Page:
Green pole leaving

This morning, I was in the kitchen doing something and the boys were in the dining room, supposedly doing their academics, when Andrew called out, “Hey, there’s a guy in our back yard.”  Now, there’s not a lot of foot traffic in general through our neighborhood, and someone walking around in our yard – especially someone we don’t know – is an unusual event.  I pulled on a sweatshirt, grabbed my cell phone and went out to say, “Howdy.”

Turns out it was a guy from our electric co-op, and he announced that they were going to replace the electric pole in our yard.  I said, “You don’t mean that pole right there, the one that my clothes line’s attached to, do you?”  And he replied, “Yes, that’s the pole, and we’ll put your clothes line back.”  I felt better already.

“However,” he continued, “There’s a problem with some tree limbs.”    Oh, great.  I could just see it now:  in addition to one kid’s braces, another kid’s college bills, and an upcoming chimney re-construction (which may fall right on the heels of the just-completed well house and playroom roof replacements) we may be facing even MORE chuh-chings to have trees trimmed – and I don’t mean with tinsel – right before Christmas!

“Ummm. . . what seems to be the problem?” I asked.  He walked with me back by the sandbox and pointed out a couple of places where two or more of the three lines traveling from the clothes line pole to the pole near the well house were being pushed down by overhanging branches leaning on them.  He then explained to me that the branches were causing pressure on the lines, wearing off insulation, and putting a drain on our electric service.  He said it wasn’t enough to cause a short that would trip a breaker, but it could, and if it did, we’d be out of water.  A lack of electricity to the pump is never a good thing.   He finished up by saying, “Those branches really need to be trimmed back,” and then looked at me.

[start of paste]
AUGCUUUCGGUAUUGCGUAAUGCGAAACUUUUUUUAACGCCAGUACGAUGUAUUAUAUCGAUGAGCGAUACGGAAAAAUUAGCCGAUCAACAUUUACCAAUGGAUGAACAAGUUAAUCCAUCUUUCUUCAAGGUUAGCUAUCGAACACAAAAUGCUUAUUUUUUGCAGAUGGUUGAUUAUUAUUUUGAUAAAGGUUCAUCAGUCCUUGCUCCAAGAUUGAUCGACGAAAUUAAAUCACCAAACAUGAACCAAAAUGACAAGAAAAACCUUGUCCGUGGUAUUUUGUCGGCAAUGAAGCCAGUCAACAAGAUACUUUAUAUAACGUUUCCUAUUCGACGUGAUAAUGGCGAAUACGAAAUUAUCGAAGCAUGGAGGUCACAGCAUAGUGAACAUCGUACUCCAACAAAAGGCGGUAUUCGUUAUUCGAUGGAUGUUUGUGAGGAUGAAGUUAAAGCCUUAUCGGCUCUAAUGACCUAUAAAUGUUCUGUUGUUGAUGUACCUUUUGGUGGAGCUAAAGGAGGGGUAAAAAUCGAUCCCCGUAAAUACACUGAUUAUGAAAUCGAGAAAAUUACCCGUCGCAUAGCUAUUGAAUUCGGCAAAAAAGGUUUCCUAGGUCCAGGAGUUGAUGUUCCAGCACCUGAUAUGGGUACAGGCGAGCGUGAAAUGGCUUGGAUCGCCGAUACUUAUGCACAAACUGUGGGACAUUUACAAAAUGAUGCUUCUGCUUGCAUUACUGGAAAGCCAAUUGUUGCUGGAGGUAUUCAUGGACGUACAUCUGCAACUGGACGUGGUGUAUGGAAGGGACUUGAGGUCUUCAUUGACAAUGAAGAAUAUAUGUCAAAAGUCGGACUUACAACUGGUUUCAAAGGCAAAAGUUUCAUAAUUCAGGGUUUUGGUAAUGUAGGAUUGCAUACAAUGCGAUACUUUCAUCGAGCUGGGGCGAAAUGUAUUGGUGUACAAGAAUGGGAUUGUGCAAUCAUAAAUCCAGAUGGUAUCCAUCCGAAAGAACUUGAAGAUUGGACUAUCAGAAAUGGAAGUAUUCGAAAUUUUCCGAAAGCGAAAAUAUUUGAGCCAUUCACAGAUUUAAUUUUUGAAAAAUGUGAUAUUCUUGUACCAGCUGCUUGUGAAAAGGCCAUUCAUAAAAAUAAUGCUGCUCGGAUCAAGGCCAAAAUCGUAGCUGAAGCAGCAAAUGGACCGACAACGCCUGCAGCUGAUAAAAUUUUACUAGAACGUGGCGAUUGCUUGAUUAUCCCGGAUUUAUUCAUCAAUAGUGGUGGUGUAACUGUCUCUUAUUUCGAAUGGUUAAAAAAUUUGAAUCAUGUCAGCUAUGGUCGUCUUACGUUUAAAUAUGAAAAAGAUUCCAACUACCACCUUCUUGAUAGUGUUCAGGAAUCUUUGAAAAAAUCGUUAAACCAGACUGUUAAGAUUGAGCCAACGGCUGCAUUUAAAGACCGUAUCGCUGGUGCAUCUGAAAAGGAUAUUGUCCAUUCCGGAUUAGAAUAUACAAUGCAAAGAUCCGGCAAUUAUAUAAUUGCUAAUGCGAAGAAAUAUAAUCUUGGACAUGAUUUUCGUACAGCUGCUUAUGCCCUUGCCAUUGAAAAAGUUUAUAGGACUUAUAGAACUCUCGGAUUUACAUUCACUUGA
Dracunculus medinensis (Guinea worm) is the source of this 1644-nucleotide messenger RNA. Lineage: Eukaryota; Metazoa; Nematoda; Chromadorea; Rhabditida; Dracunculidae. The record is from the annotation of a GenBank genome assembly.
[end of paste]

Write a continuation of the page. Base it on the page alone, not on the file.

“Well, do you guys do that?”

“Oh, yes.”

“And how much would that cost?”

“There’s no charge, but we don’t do anything about the brush.”

WHEW!!!  Was I ever relieved!  Hauling brush is one reason we have boys, so that would be no problem ay-tall.  He indicated how much they’d trim, and I said that was fine and that he could cut away.  I expected him or the other guys by the truck to whip out a chainsaw and get after it, but no.  The actual job will be done, “some other day,” at which time we’ll be powerless for about two hours.

I then asked him why White River Valley Electric Cooperative suddenly decided to replace our pole.  It just seemed a little random to me.  He explained that they check the poles from time to time and that ours is green.  That means that all the treatment is gone out of it and it is rotting, so if a car hit it (in my yard??!?!?), it might go over easily and take out a lot of other poles with it.  True confessions:   I had never noticed that it looked green, and in fact, it still looks decidedly brown to me.  In any case, my dad says it isn’t easy being green, so maybe that’s why it has to go.

Finally, I asked the guy about the pole near the well house.  As in, what if that one were to turn ‘green,’ too.  He said, “That’s not our pole.  It’s YOUR pole.  That one over there (pointing to the ‘green’ one) is ours.  And actually, your pole is okay.  It’s in pretty good shape.”  Well, that’s good to know!  Truth be told, I have plenty of things to think about without ever even remotely considering the greenness of our electric poles.

For now, we just have a spiffy new non-green pole lying in the grass beside its rotting counterpart.

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